The destruction of the Amazon rain forest by commercial forces—and of the lifestyle of its indigenous people—is the underlying theme of Colombian director Ciro Guerra’s remarkable historical drama “Embrace of the Serpent,” but it’s dealt with obliquely, through the figure of Karamakate, a shaman and one of the last survivors of his tribe, who interacts with European explorers at two points in his life, revealing through the juxtaposition of those experiences the impact of western colonialism on his world. Shot by cinematographer David Gallego in luminous widescreen black-and-white (except for a brief burst of color in a transcendent finale) and smoothly edited by Etienne Boussac and Cristina Gallego, the film captures the wonder of the setting, but insistently provokes meditation on its degradation in the face of commercialism and foreign influence.
The script by Guerra and Jacques Toulemonde is an imaginative construct loosely derived from the travel diaries of two real-life explorers, Theodor Koch-Grunberg and Richard Evans Schultes. Karamakate first appears in the person of Nilbio Torres, who in 1909 is living a solitary existence in harmony with the forest, following the traditional rules of respecting one’s surroundings. He’s approached by Manduca (Yauenku Miguee), a semi-westernized native from a different tribe, who brings with him Theo (Jan Bijvoet), a German explorer who has fallen ill. They’re seeking a legendary—perhaps non-existent—flower called the yakruna, which might be the only thing that can save him. Rightfully indignant over the impact of rubber companies on the land, Karamakate at first refuses to help in their search, but when Theo remarks that he’s met others of Karamakate’s tribe, the Cohiuano, they reach an agreement: if the shaman will take him to the flower, Theo will show him where the remnant of his people can be found. A mystical dream involving a jaguar and the serpent of the title is an important part of the equation.
Episodes from that early journey are intercut with those from one that occurs nearly forty years later, when Karamakate (now played by Tifillama-Antonio Bolivar Salvador) is approached by another European, Evan (Brionne Davis), who claims to be a biologist searching for the yakruna for purely scientific reasons. The old shaman, who claims to have forgotten the earlier journey, agrees to accompany the man on his search, which—of course—is not a simply scientific one. Throughout both journeys the majesty of the river is emphasized, as are the habits of mind that Karamakate is at pains to impart to the outsiders as the means of living in proper conformity with the environment and preserving it. He’s particularly averse to westerners’ obsession with things—a materialism that he derides as crazy, though he’s open to appreciation of foreign beauty, like the orchestral introduction of Haydn’s “Creation” that Evan plays for him on the crank-style phonograph he carries about with him (a nod to Herzog, no doubt).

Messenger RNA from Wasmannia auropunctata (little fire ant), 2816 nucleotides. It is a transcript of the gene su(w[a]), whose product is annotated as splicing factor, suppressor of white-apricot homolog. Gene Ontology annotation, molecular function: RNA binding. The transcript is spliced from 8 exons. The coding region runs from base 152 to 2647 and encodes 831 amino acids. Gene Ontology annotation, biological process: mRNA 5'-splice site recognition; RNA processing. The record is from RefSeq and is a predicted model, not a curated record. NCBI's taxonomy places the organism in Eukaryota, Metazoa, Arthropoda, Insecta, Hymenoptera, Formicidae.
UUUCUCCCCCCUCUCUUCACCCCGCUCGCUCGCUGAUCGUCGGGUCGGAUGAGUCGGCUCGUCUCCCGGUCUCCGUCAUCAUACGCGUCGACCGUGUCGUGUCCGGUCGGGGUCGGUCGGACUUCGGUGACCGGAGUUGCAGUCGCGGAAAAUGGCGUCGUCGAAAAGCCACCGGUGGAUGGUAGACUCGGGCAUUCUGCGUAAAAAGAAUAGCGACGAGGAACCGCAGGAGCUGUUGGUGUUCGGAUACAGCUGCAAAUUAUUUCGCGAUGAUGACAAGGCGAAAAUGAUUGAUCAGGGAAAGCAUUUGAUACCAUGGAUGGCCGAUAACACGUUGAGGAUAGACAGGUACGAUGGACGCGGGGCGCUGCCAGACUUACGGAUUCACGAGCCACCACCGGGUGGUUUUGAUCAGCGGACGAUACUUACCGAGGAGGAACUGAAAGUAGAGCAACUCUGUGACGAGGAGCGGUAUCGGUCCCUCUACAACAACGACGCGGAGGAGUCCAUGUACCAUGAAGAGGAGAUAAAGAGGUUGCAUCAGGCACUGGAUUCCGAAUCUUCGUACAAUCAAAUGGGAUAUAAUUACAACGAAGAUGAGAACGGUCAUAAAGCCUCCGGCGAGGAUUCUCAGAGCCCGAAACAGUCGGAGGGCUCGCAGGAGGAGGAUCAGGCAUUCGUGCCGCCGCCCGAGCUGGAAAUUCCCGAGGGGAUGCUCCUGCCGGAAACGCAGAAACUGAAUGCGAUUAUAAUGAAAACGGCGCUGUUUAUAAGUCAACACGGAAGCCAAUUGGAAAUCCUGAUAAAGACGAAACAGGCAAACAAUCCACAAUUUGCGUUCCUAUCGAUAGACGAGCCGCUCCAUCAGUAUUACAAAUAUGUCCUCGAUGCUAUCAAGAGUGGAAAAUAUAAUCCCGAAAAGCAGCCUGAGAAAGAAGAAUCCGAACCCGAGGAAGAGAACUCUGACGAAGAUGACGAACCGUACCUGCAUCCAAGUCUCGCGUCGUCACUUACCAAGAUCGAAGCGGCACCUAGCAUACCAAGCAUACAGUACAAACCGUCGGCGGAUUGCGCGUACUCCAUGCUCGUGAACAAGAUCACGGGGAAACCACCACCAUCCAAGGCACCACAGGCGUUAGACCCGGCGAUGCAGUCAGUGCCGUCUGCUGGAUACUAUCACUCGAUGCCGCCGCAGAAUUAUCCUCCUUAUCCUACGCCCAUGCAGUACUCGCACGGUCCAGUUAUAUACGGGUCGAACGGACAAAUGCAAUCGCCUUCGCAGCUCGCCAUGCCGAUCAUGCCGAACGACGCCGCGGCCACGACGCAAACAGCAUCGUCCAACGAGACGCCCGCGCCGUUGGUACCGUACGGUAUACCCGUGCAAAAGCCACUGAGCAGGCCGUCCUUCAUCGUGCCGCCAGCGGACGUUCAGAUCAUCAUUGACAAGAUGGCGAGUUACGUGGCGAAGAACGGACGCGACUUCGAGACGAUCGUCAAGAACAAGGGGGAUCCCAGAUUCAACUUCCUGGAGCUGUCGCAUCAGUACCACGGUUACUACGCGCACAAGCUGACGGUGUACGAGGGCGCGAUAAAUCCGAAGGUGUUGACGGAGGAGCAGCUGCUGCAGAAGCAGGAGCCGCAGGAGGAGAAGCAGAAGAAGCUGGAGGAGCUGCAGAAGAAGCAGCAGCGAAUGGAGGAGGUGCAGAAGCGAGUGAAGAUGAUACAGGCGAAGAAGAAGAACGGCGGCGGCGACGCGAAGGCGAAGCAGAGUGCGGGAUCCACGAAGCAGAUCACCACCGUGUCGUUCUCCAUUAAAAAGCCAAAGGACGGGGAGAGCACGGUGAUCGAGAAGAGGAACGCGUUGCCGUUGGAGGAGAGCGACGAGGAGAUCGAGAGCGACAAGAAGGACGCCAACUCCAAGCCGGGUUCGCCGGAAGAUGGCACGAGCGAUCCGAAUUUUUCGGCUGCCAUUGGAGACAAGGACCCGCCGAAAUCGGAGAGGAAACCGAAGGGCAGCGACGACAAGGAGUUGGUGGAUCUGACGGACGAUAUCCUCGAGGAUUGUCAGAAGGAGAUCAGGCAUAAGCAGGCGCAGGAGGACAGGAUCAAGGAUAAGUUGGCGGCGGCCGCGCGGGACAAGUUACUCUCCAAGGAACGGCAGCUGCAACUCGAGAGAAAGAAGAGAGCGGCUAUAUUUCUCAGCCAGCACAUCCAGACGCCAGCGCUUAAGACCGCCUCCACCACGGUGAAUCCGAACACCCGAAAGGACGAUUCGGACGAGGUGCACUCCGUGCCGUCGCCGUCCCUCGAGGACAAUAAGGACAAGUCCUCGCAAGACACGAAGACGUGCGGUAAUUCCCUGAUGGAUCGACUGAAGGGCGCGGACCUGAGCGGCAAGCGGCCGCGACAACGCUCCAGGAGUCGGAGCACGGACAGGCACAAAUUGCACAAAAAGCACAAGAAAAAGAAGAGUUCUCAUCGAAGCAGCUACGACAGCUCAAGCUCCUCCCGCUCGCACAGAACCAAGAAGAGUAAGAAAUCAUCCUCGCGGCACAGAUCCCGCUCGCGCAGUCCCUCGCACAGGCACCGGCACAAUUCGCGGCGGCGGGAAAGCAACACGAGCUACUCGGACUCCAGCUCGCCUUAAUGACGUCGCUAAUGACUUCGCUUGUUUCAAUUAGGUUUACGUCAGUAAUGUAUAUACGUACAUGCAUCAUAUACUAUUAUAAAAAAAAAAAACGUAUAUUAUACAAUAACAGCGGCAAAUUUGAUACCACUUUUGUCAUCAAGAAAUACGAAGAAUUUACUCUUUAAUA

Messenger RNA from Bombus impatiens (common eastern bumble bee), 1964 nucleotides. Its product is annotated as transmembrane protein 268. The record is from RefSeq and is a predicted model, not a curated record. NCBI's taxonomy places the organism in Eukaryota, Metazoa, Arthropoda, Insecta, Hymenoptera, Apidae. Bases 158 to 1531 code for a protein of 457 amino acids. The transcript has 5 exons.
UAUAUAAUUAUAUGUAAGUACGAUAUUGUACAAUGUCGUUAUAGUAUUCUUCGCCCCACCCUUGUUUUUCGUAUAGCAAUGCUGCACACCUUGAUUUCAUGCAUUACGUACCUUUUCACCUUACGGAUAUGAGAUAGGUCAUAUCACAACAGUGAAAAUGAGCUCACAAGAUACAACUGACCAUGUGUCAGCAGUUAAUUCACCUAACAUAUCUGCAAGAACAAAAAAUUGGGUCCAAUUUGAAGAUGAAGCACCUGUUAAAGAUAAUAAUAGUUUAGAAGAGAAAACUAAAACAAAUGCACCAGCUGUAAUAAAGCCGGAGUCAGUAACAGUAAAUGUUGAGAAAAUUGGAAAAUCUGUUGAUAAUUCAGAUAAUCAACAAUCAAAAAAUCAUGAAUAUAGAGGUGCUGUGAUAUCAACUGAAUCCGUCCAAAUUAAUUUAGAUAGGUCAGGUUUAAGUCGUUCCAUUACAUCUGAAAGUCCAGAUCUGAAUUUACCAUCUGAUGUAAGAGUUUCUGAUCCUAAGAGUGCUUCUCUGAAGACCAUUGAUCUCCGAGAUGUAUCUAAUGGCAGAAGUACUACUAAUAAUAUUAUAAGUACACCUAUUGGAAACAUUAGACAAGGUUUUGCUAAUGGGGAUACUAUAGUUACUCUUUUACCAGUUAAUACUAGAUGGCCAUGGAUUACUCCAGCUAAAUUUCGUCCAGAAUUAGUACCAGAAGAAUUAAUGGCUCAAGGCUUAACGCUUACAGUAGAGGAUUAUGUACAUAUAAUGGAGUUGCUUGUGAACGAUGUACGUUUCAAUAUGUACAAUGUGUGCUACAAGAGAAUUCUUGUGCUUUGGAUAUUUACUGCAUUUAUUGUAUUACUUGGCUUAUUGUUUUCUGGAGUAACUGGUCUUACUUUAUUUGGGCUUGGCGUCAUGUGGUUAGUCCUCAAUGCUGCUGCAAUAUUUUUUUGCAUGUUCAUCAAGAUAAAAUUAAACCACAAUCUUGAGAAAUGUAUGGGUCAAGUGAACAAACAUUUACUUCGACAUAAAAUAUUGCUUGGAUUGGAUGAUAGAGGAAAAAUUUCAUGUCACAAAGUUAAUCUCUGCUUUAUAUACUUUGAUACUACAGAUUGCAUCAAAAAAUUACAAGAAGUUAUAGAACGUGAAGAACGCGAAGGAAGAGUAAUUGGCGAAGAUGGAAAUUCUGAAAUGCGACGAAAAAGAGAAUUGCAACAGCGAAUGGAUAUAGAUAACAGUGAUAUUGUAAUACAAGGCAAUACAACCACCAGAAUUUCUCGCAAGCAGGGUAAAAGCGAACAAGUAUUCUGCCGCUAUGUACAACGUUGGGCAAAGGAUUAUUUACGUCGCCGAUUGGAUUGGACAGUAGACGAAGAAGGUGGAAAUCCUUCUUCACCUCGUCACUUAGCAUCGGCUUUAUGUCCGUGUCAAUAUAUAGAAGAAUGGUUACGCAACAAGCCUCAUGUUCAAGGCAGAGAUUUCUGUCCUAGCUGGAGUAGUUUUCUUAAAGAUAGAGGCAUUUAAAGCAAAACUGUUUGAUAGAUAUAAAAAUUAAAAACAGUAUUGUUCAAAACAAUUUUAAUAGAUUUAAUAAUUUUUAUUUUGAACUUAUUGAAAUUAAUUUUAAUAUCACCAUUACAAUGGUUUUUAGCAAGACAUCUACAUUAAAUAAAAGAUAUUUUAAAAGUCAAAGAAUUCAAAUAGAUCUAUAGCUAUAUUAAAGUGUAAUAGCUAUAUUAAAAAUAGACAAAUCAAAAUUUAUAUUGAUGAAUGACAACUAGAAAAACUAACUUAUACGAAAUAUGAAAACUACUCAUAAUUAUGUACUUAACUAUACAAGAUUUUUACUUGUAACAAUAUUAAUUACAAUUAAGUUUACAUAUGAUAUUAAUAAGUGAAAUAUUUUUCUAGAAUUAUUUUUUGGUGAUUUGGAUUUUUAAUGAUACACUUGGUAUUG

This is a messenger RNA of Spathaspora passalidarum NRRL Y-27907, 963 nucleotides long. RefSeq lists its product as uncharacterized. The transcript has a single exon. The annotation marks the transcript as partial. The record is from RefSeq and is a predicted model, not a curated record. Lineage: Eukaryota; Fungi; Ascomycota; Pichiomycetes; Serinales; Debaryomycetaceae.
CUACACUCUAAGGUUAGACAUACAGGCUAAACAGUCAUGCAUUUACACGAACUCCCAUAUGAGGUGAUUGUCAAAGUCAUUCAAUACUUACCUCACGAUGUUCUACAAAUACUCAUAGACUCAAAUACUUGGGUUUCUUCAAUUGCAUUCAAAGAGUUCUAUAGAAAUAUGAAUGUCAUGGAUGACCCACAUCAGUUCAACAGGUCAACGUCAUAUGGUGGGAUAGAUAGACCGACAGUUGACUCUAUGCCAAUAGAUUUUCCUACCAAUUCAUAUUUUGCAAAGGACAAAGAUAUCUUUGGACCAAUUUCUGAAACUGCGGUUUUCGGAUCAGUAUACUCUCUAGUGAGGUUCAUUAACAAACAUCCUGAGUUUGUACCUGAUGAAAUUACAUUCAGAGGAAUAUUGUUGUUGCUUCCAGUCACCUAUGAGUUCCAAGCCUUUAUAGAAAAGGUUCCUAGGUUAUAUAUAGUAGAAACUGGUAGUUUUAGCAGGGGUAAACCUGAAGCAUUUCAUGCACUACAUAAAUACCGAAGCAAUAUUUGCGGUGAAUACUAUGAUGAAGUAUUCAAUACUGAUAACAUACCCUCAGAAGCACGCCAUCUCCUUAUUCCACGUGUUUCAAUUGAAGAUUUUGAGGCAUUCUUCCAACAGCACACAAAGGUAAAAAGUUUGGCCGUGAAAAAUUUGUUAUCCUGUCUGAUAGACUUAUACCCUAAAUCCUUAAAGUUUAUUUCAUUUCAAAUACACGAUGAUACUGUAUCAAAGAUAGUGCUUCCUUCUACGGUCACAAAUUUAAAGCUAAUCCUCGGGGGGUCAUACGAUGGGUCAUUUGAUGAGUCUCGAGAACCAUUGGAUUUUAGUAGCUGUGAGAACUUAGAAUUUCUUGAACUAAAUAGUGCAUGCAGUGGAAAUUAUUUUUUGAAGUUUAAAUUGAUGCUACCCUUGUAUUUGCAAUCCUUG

But along the way there are powerful proofs of the dire impact of colonialism and the “progress” that it inevitably brings on the region and its people. That’s certainly evident at the end of the first journey, when Karamakate comes face to face with the reality of what has happened to his people and responds with fury. (An earlier moment, when the group encounters one of the natives forced into slave labor at a rubber plantation, is no less dramatic.)
But it’s an encounter with a dictatorial friar (Luigi Schiamanna) at a Franciscan mission that makes the deepest impression; the excoriation of religious imperialism is as shocking as anything one will find in Bunuel’s “Viridiana.” During the 1909 stopover, the priest’s treatment of the children under his control—youngsters orphaned when their parents were forced onto the plantations—is brutal, totally insensitive to the local culture. But what the travelers find in the forties is even more appalling: the cleric’s acolytes have become a grotesque cult led by a self-proclaimed messiah (Nicolas Cancino) and practicing a perverted version of Christianity that, in its insane literalism, ultimately integrates the worst of local custom into its ritual.
Yet “Embrace of the Serpent” is not merely an assault on cultural and socio-economic contamination. In an astonishing culmination it suggests that might still not be too late for humanity to reach an enhanced understanding that will bring the species into harmony with the cosmos. A visually captivating finale rivaling the head trip of “2001: A Space Odyssey” makes the point.
Presumably one could dispute, from a theoretical perspective, the implicit criticisms of western capitalism and the colonialism it spawned that Guerra’s film dramatizes. But from a purely cinematic standpoint this cinematic journey into an Amazonian heart of darkness is a haunting and unforgettable experience.